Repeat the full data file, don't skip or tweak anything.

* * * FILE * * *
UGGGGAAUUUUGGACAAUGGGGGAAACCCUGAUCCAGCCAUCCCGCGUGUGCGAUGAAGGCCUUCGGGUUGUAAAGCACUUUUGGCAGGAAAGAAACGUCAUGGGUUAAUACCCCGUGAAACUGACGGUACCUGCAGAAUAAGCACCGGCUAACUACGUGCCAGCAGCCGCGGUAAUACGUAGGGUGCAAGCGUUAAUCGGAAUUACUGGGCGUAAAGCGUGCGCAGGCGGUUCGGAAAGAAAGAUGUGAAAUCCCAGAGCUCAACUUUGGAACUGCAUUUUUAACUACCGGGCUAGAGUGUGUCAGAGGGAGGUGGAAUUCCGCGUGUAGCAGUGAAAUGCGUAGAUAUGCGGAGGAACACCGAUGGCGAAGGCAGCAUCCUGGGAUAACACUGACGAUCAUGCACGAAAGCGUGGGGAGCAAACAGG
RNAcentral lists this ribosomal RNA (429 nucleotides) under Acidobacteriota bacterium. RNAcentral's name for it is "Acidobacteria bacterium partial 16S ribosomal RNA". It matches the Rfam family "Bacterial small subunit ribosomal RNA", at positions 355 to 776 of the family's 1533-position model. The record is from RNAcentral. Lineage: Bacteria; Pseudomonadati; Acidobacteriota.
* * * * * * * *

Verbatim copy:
UGGGGAAUUUUGGACAAUGGGGGAAACCCUGAUCCAGCCAUCCCGCGUGUGCGAUGAAGGCCUUCGGGUUGUAAAGCACUUUUGGCAGGAAAGAAACGUCAUGGGUUAAUACCCCGUGAAACUGACGGUACCUGCAGAAUAAGCACCGGCUAACUACGUGCCAGCAGCCGCGGUAAUACGUAGGGUGCAAGCGUUAAUCGGAAUUACUGGGCGUAAAGCGUGCGCAGGCGGUUCGGAAAGAAAGAUGUGAAAUCCCAGAGCUCAACUUUGGAACUGCAUUUUUAACUACCGGGCUAGAGUGUGUCAGAGGGAGGUGGAAUUCCGCGUGUAGCAGUGAAAUGCGUAGAUAUGCGGAGGAACACCGAUGGCGAAGGCAGCAUCCUGGGAUAACACUGACGAUCAUGCACGAAAGCGUGGGGAGCAAACAGG
RNAcentral lists this ribosomal RNA (429 nucleotides) under Acidobacteriota bacterium. RNAcentral's name for it is "Acidobacteria bacterium partial 16S ribosomal RNA". It matches the Rfam family "Bacterial small subunit ribosomal RNA", at positions 355 to 776 of the family's 1533-position model. The record is from RNAcentral. Lineage: Bacteria; Pseudomonadati; Acidobacteriota.